Vintage Sound From the Prairie


Growing up in Manitoba in the 60’s and 70’s, you could tell the guys who were into music by their Garnet Amplifier t-shirts.

Garnet Amps were local, and they were hot.

The t-shirts were the sign of someone who knew what real tube amps were supposed to sound like, someone who knew gear and who rocked out.

These amps weren’t sleek and sexy like a Fender Twin. These were working heads and bottoms – made to be stacked and made to be played loud. A working man’s amp with a signature sound.

Like the amps, Garnet T-shirts were working class clothes. They came in your basic t-shirt grey – all the better for crawling around setting up gear or pulling cable in some smoky hall. And perfect for wiping up a bit of spilled brew.

If you missed it, you can still grab a little piece of genuine Canadian music history. A big thanks to Pete Thiessen of Garnet Amplifiers for keeping it all alive.

And Peter – me and Little Garn love our new (old) T’s.

Garnet Amplifiers

Tibetan Fund Raiser


My friend Luyen Dao is organizing a unique fund raiser later this month.

For five days, from Feb 24-28, a group of Tibetan monks will create a Sand Mandala at Dr. Sun-Yat Sen Gardens in Vancouver.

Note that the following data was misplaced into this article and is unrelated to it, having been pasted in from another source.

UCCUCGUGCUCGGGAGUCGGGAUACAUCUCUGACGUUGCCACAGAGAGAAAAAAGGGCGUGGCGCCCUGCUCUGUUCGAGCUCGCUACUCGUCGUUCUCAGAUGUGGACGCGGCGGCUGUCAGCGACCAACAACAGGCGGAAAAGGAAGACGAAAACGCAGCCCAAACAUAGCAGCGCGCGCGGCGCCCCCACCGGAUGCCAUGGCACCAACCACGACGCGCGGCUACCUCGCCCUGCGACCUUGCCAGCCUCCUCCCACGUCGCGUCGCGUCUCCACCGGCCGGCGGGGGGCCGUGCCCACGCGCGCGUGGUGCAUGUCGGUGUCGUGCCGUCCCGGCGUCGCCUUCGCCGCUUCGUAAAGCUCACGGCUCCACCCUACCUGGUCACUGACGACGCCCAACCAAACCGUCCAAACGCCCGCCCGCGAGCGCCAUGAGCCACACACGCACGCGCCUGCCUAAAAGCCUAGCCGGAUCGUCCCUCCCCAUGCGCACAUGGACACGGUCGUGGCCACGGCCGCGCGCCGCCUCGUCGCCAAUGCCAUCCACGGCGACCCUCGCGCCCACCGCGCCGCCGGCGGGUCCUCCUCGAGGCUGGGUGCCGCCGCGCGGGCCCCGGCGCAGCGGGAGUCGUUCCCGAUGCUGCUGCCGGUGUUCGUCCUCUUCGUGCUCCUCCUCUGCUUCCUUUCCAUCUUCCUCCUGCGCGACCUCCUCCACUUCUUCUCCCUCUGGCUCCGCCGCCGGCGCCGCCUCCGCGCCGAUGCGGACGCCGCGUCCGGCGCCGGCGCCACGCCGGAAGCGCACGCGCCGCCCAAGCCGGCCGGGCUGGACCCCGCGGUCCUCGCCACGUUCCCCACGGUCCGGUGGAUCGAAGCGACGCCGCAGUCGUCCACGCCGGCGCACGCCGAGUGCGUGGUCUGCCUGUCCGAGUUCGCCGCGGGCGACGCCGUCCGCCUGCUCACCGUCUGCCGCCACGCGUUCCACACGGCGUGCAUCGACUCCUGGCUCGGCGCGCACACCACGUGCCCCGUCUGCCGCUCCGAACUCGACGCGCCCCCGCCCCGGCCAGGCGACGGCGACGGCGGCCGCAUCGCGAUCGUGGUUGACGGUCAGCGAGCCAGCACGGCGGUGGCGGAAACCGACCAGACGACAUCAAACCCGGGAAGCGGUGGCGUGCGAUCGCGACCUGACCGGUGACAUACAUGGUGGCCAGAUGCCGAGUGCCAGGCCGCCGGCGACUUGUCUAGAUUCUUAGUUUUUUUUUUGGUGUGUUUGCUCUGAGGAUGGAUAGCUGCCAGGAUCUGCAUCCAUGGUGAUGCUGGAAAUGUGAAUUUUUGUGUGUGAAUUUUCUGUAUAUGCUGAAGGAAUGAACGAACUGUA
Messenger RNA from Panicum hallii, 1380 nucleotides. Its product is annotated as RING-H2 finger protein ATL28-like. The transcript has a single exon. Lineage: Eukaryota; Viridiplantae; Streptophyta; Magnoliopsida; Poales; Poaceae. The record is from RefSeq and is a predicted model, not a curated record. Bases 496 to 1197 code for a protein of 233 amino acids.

It’s incredibly intricate work, and this is a chance to see first hand how it is done by masters of the technique who are visiting Vancouver from the Dzongkar Choede Monastery.

I got Luyen to tell me a bit more about it when I visited with him at the gardens…

Get the Flash Player to see this content.

A $10 tickets gets you admission to the gardens for the entire five days, and $2 from every ticket goes to help support the young monks, many of whom are orphaned or come from poor Tibetan families.

You can get more information and updates on the event on the fund raiser web site.

Here’s the link to the Dr. Sun-Yat Sen Gardens web site.

You can also grab this invitation and pass it along to a friend.

Here’s a YouTube video of a sand mandala being made.